The ruling party also did little, if anything, to rein in Malema as he wreaked political havoc with his reckless rhetoric when he took charge of the youth league in 2008.
His inflammatory statements, most bordering on insult, were a useful weapon for party leaders, who effectively egged him on through their silence.
Now that they perceive him to be a monster with real potential to crush their ambitions of staying on at the helm of the party, these leaders want him politically terminated.
But we should not make the mistake of reducing yesterday’s events to a mere power struggle between Zuma and Malema.
What we see unfolding before our eyes is much bigger than the two individuals and has long-term implications for the ANC and the country.
Throughout its 99 years of existence, the ANC has had to rely on youth to rescue it from political obscurity, and even demise.
By the early 1940s, the ANC had become an irrelevant and ineffective political organisation that relied on outdated methods to be heard by the authorities. It took the likes of Ashby Peter Mda, Nelson Mandela, Oliver Tambo, Congress Mbatha and other young activists to turn the party into thevoice of the disenfranchised by the end of that decade.
In the 1970s, exile had turned the party into a shadow of its former self – its leaders having no real link with the population they sought to lead and influence.
The Soweto youth uprising of June 16 1976 changed all that.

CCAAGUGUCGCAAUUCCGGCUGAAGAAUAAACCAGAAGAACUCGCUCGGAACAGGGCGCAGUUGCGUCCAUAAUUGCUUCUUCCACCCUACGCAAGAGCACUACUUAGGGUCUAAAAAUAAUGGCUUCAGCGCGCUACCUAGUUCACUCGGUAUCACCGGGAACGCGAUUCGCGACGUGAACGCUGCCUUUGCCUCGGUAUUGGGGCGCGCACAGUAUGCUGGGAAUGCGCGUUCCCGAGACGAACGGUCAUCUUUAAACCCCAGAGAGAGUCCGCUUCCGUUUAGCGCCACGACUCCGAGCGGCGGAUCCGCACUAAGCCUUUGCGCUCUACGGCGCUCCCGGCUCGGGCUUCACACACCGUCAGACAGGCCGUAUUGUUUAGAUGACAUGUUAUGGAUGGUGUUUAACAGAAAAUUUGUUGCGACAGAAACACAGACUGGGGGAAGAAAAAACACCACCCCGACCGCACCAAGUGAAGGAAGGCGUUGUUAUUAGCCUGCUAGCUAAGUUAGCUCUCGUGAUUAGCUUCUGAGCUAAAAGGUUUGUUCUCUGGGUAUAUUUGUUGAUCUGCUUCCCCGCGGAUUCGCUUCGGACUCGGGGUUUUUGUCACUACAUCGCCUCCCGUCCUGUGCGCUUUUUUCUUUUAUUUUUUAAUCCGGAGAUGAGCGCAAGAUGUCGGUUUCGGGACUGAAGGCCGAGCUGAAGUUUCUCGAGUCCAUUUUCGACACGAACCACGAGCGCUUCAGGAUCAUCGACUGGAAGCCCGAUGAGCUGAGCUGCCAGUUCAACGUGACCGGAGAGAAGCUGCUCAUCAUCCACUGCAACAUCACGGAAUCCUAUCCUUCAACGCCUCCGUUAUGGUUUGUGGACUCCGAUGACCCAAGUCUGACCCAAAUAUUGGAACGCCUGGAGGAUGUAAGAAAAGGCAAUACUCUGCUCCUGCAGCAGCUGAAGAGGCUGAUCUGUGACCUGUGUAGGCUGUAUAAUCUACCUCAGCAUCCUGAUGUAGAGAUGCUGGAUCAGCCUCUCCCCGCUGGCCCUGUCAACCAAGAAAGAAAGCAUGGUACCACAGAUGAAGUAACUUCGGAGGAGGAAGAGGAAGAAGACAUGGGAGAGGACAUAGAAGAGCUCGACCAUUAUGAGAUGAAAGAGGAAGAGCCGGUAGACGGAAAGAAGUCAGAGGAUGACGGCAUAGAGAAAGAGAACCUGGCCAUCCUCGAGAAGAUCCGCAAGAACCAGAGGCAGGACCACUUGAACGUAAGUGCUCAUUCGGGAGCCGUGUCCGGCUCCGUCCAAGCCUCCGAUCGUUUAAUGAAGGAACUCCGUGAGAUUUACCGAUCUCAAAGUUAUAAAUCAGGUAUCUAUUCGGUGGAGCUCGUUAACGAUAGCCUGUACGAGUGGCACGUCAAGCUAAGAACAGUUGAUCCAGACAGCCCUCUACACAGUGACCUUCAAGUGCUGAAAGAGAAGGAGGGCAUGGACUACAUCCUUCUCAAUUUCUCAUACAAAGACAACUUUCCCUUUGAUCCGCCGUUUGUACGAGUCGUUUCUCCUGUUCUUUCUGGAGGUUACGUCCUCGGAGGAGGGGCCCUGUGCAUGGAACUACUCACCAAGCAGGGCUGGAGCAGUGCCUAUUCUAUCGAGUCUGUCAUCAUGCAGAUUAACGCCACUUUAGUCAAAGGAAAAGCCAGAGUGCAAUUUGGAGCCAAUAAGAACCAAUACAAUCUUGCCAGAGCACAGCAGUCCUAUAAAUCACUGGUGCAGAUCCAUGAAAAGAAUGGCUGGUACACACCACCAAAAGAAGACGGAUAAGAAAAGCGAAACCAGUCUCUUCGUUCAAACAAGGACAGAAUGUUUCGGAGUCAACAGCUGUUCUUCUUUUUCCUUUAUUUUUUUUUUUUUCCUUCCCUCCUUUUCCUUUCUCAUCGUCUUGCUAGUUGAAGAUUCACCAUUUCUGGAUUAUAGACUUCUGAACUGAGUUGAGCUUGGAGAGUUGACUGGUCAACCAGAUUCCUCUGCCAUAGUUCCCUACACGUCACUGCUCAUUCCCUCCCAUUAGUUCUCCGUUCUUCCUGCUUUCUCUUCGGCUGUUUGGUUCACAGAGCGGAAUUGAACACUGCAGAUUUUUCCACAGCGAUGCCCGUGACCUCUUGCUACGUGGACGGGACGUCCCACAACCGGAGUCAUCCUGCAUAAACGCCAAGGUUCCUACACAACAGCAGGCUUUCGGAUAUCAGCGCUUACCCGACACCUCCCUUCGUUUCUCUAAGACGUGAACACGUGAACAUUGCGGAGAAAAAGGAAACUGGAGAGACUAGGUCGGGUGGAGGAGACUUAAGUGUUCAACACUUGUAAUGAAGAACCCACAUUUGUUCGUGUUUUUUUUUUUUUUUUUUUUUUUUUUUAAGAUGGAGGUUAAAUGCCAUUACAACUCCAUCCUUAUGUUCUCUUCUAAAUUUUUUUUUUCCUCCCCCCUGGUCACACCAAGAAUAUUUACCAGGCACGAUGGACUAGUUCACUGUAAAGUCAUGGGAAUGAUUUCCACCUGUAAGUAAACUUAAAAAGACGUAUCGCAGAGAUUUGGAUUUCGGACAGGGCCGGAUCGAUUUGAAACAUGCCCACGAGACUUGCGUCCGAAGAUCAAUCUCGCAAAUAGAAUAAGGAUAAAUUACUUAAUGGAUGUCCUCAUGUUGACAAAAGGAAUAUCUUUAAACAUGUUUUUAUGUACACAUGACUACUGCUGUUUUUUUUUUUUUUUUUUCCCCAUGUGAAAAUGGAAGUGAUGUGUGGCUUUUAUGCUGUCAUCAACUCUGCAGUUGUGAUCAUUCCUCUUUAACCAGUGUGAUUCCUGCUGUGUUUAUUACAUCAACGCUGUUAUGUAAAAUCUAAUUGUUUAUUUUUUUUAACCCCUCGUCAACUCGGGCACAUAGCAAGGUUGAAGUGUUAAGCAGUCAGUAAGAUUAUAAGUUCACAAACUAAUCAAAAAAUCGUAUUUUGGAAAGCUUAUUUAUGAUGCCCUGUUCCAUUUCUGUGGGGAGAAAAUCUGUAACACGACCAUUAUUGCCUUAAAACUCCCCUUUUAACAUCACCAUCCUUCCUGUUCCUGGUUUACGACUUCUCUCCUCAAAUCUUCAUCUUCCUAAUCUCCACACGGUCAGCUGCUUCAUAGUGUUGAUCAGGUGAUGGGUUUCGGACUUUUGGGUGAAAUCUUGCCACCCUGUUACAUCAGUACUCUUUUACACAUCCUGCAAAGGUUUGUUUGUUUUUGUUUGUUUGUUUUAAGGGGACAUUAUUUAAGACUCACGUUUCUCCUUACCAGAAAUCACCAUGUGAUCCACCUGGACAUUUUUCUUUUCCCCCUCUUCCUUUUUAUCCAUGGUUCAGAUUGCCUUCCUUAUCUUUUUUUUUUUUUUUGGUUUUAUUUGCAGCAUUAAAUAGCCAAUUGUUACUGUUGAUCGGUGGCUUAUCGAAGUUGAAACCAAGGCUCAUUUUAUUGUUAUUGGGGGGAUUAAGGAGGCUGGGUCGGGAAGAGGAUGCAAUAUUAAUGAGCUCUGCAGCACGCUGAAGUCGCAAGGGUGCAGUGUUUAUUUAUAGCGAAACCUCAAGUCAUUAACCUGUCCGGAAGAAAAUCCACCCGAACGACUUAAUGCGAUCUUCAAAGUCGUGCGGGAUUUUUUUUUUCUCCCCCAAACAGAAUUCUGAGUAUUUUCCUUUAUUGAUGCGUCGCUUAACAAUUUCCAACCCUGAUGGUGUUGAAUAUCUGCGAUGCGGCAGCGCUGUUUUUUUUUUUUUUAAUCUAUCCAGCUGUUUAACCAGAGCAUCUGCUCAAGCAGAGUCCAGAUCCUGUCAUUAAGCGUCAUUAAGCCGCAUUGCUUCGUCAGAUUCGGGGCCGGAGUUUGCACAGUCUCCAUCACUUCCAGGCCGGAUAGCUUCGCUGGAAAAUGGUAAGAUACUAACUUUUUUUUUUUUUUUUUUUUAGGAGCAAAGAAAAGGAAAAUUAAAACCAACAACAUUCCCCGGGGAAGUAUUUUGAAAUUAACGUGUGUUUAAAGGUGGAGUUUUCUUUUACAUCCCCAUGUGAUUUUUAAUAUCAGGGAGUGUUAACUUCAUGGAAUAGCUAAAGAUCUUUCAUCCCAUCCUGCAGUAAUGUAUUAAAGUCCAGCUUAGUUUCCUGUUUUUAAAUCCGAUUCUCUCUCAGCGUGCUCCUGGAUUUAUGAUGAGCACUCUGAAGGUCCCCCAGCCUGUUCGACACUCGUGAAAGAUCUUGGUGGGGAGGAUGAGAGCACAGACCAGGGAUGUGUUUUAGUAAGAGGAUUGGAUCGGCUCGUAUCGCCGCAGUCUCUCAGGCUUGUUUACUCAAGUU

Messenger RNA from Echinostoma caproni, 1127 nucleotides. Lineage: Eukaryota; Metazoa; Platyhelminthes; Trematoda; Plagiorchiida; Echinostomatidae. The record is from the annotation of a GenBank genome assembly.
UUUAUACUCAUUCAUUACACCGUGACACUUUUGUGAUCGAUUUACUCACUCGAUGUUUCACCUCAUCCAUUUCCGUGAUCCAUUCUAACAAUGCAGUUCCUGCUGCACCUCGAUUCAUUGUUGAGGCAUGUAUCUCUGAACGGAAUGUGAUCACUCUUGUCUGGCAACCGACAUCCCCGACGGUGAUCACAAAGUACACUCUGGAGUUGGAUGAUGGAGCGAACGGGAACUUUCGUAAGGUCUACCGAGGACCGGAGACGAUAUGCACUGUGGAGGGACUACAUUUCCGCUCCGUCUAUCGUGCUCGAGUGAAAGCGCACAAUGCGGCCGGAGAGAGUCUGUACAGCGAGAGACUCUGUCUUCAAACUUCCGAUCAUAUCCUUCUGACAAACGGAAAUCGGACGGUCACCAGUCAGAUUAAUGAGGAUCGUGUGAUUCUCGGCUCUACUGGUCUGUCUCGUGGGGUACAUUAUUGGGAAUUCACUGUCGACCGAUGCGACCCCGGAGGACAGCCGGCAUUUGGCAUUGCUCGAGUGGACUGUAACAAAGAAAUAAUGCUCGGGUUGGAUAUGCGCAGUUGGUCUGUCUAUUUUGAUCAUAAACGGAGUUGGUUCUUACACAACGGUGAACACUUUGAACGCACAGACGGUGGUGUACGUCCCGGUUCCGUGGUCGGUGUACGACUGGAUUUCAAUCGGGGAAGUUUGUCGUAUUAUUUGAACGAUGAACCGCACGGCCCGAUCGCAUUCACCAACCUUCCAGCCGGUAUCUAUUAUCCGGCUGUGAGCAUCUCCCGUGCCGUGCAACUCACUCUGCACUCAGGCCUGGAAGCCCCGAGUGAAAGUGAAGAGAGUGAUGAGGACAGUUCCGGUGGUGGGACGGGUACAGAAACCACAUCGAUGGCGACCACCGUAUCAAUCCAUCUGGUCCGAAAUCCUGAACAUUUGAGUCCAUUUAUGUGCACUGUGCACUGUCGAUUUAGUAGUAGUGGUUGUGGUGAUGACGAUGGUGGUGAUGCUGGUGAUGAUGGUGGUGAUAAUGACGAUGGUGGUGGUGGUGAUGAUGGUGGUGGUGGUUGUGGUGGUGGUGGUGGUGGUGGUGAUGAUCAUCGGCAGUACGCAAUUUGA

Scores of youngsters who fled police brutality swelled the ranks of the ANC in neighbouring countries, injecting new blood into a liberation struggle that had seemed hopeless.
Who can deny the primary role played by ANC-aligned youth and student organisations in the 1980s?
But as the ANC approaches its hundredth year, few can confidently say the current generation of youth leaders is playing the same role.
In fact, yesterday’s mutiny in front of Luthuli House suggests that this generation will be responsible for the demise of the ANC we have come to know over the last century.
But they will not be the only ones responsible. Truth be told, the ANC’s decay began soon after it took over state power.
Many in the party thought Polokwane was the lowest point and that the party could only rise from that.
They were mistaken. The reality is that the party continues to sink and the current national executive committee has shown no capacity to rescue the ANC from apparent disaster.
There is no evidence that the next NEC, elected in Mangaung next year, will either.
It, too, will suffer the flaw that has crippled the current executive: It will be held hostage to the whims of a faction whose election slate will carry the day in Mangaung.
If the faction publicly represented by the youth league triumphs, it will mean the end of Zuma and the SACP’s influence over the ANC.
If that faction loses, it will be the demise of Malema and the senior politicians who are hiding behind him.
Whatever the outcome, one thing is for sure. The ANC will not be able to survive all of this for long. Yes, it will reach its centenary as the country’s most dominant party. But I doubt the party will reach 110.
S’Thembiso Msomi, Times SA